Those components of an organism that determine its capacity to cause disease but are not required for its viability per se. Two classes have been characterized: TOXINS, BIOLOGICAL and surface adhesion molecules that effect the ability of the microorganism to invade and colonize a host. (From Davis et al., Microbiology, 4th ed. p486)
A species of nonpathogenic fluorescent bacteria found in feces, sewage, soil, and water, and which liquefy gelatin.
Inorganic salts of sulfuric acid.
A test used to determine whether or not complementation (compensation in the form of dominance) will occur in a cell with a given mutant phenotype when another mutant genome, encoding the same mutant phenotype, is introduced into that cell.
... is a Gram-negative, aerobic, oxidase- and catalase-positive bacterium with a single polar flagellum from the ... 58 (Pt 1): 6-11. doi:10.1099/ijs.0.65169-0. PMID 18175673. Type strain of Roseateles terrae at BacDive - the Bacterial ...
... is a Gram-negative, oxidase-positive, catalase-negative, aerobic, rod-shaped bacterium with a single polar ... Type strain of Roseateles aquatilis at BacDive - the Bacterial Diversity ... 58 (Pt 1): 6-11. doi:10.1099/ijs.0.65169-0. PMID 18175673. http:// ...
The alpha-hemolytic bacteria are ones that exhibit a partial hemolysis with green coloration when grown on sheep blood agar ( ... They are non-sporulating and catalase-negative The majority of specimens test positive for the production of acetoin (Vogues- ... 53 (Pt 1): 143-6. doi:10.1099/ijs.0.02246-0. PMID 12656166. "Center for Disease Control and Prevention". Retrieved 5 April 2012 ... "BACTERIOLOGY - CHAPTER TWELVE Streptococci GROUPS A, B, D AND OTHERS". Retrieved 11 April 2012. CS1 maint: discouraged ...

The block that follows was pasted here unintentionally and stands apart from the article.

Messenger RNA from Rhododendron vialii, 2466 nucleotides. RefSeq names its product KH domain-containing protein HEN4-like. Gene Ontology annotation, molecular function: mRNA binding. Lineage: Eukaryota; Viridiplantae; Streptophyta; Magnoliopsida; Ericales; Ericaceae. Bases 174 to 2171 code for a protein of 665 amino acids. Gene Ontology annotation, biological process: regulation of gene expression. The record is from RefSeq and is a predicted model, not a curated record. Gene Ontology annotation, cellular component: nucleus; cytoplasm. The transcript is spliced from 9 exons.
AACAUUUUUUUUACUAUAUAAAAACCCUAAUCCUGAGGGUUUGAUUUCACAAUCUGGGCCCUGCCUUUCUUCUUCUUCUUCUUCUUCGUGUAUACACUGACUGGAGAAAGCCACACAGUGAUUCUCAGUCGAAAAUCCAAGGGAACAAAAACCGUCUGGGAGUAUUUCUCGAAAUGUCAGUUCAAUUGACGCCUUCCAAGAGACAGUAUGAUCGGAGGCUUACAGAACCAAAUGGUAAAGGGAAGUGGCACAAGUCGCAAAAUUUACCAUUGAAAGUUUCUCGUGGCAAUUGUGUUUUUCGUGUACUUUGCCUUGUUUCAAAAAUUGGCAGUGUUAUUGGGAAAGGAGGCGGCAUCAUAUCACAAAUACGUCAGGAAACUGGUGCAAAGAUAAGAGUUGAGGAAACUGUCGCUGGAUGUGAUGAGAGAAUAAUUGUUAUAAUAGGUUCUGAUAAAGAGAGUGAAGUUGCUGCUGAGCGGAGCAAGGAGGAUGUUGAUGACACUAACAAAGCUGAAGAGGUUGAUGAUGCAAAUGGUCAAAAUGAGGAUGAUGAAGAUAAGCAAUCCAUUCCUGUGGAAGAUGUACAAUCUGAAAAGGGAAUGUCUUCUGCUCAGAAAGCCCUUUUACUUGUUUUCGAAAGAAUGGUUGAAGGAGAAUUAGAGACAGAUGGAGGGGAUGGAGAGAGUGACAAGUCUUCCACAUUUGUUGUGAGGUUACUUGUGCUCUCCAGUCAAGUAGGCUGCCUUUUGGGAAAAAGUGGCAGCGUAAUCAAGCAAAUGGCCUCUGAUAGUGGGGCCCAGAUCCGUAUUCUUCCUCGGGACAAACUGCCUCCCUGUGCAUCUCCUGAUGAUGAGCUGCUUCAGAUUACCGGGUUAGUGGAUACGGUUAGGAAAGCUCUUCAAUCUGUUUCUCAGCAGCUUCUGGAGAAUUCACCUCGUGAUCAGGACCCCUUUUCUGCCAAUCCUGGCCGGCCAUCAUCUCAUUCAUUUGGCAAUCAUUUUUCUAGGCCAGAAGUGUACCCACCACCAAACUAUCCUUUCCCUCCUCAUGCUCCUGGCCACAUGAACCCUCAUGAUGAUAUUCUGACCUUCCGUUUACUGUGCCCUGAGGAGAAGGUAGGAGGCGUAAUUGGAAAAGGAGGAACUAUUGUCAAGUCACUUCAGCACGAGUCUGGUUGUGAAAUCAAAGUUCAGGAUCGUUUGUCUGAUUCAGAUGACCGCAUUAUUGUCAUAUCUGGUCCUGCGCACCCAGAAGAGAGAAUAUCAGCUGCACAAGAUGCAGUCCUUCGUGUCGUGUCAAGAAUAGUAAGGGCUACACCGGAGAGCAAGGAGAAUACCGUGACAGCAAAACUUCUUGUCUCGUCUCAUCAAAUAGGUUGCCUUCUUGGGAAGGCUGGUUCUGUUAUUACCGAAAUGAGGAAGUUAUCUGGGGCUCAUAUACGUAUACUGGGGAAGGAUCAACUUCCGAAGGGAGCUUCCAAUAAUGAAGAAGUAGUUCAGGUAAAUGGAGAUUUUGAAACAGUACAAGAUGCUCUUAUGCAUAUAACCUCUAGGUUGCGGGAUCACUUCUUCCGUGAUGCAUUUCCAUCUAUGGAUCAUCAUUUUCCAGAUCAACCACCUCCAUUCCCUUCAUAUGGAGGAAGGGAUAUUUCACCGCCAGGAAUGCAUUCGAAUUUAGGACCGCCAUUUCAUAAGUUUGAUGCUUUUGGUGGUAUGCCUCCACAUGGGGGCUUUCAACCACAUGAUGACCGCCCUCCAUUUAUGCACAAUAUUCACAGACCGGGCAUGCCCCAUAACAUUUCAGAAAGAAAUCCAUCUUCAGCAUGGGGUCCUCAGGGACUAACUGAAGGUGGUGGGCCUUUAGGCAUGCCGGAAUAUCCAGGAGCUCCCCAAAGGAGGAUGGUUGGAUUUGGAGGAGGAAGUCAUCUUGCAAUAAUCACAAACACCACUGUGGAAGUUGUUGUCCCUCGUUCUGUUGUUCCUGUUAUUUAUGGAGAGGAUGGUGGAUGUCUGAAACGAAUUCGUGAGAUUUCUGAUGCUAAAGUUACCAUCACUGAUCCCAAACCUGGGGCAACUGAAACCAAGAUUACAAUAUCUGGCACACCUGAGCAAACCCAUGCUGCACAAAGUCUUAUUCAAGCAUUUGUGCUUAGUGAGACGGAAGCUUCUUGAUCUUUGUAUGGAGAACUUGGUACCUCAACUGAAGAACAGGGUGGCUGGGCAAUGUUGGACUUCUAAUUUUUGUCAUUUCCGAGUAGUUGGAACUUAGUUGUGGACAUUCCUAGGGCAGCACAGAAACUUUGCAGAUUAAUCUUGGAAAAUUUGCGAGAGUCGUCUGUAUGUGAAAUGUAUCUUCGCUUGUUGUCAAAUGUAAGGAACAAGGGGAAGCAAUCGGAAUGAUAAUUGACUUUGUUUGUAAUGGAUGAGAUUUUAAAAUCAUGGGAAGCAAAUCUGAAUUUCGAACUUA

The catalase test is one of the three main tests used by microbiologists to identify species of bacteria. If the bacteria ... Xi S, Chen LH (2000). "Effects of dietary fish oil on tissue glutathione and antioxidant defense enzymes in mice with murine ... Many bacteria are catalase positive, but some are better catalase-producers than others. The mnemonic "cats Need PLACESS to ... If bubbles form on contact, this indicates a positive catalase result. This test can detect catalase-positive bacteria at ...